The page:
McDonald’s to Serve Only Eco-Labeled Fish
McDonald’s, which uses MSC-certified wild-caught Alaska Pollock for its Filet-O-Fish sandwich, will begin displaying the MSC ecolabel on product packaging, in-restaurant communications and external marketing beginning in February 2013 – coinciding with the launch of Fish McBites, McDonald’s newest fish menu item, which also uses wild-caught, MSC-certified Alaska Pollock.
The company actually certified its fish in 2005, but since then has audited its supply chain to ensure the fish’s sustainability and traceability, according to the Chicago Tribune. McDonald’s introduced the same MSC certification for all its European restaurants in 2011.
As one of the largest single buyers of fish in the US, McDonald’s scale should help assure that growing seafood demands are balanced with MSC’s responsible sourcing practices to maintain the health and sustainability of fish stocks for the future, the company said.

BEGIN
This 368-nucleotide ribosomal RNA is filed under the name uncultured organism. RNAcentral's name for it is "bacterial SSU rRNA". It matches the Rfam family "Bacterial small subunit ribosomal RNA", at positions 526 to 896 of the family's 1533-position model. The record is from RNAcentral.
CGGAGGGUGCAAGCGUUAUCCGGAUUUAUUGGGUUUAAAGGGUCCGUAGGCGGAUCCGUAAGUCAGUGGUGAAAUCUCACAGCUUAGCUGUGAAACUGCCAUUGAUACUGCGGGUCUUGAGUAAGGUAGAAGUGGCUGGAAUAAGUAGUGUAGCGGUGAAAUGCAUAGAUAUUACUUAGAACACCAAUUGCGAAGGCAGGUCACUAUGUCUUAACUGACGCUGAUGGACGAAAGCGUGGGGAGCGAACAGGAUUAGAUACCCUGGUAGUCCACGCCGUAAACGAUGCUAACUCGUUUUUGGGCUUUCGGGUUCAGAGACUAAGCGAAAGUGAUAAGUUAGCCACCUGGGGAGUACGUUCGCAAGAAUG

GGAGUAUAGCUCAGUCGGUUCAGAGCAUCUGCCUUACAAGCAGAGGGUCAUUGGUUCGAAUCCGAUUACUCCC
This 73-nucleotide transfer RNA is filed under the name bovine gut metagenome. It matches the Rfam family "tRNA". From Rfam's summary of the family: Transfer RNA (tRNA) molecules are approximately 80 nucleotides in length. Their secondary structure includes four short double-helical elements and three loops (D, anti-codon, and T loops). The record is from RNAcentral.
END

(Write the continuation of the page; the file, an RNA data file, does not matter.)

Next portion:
According to MSC chief executive Rupert Howes, the announcement stemmed from a collaborative relationship with McDonald’s. The partnership allows customers to support sustainable fishing practices that preserve fish stocks and support communities that depend on fishing, Howes said.
The MSC certification indicates that 14,000 McDonald’s restaurants across the US have met the MSC Chain of Custody standard for traceability, which is the ability to track the fish all the way back through the supply chain to the fishery. Under the MSC certification program, these fisheries have been assessed by independent scientists against three core principles: the health of the fish stock, the impact of the fishery on the ecosystem and the management system that oversees the fishery.
In 2011, grocery chain Kroger announced that 65 percent of its top 20 wild-caught seafood species are sourced from fisheries that are Marine Stewardship Council-certified, in MSC full assessment, or engaged in a World Wildlife Fund fishery improvement project. At that time the chain said it was on its way to meeting a goal of having 100 percent of these seafoods sustainably sourced by 2015.
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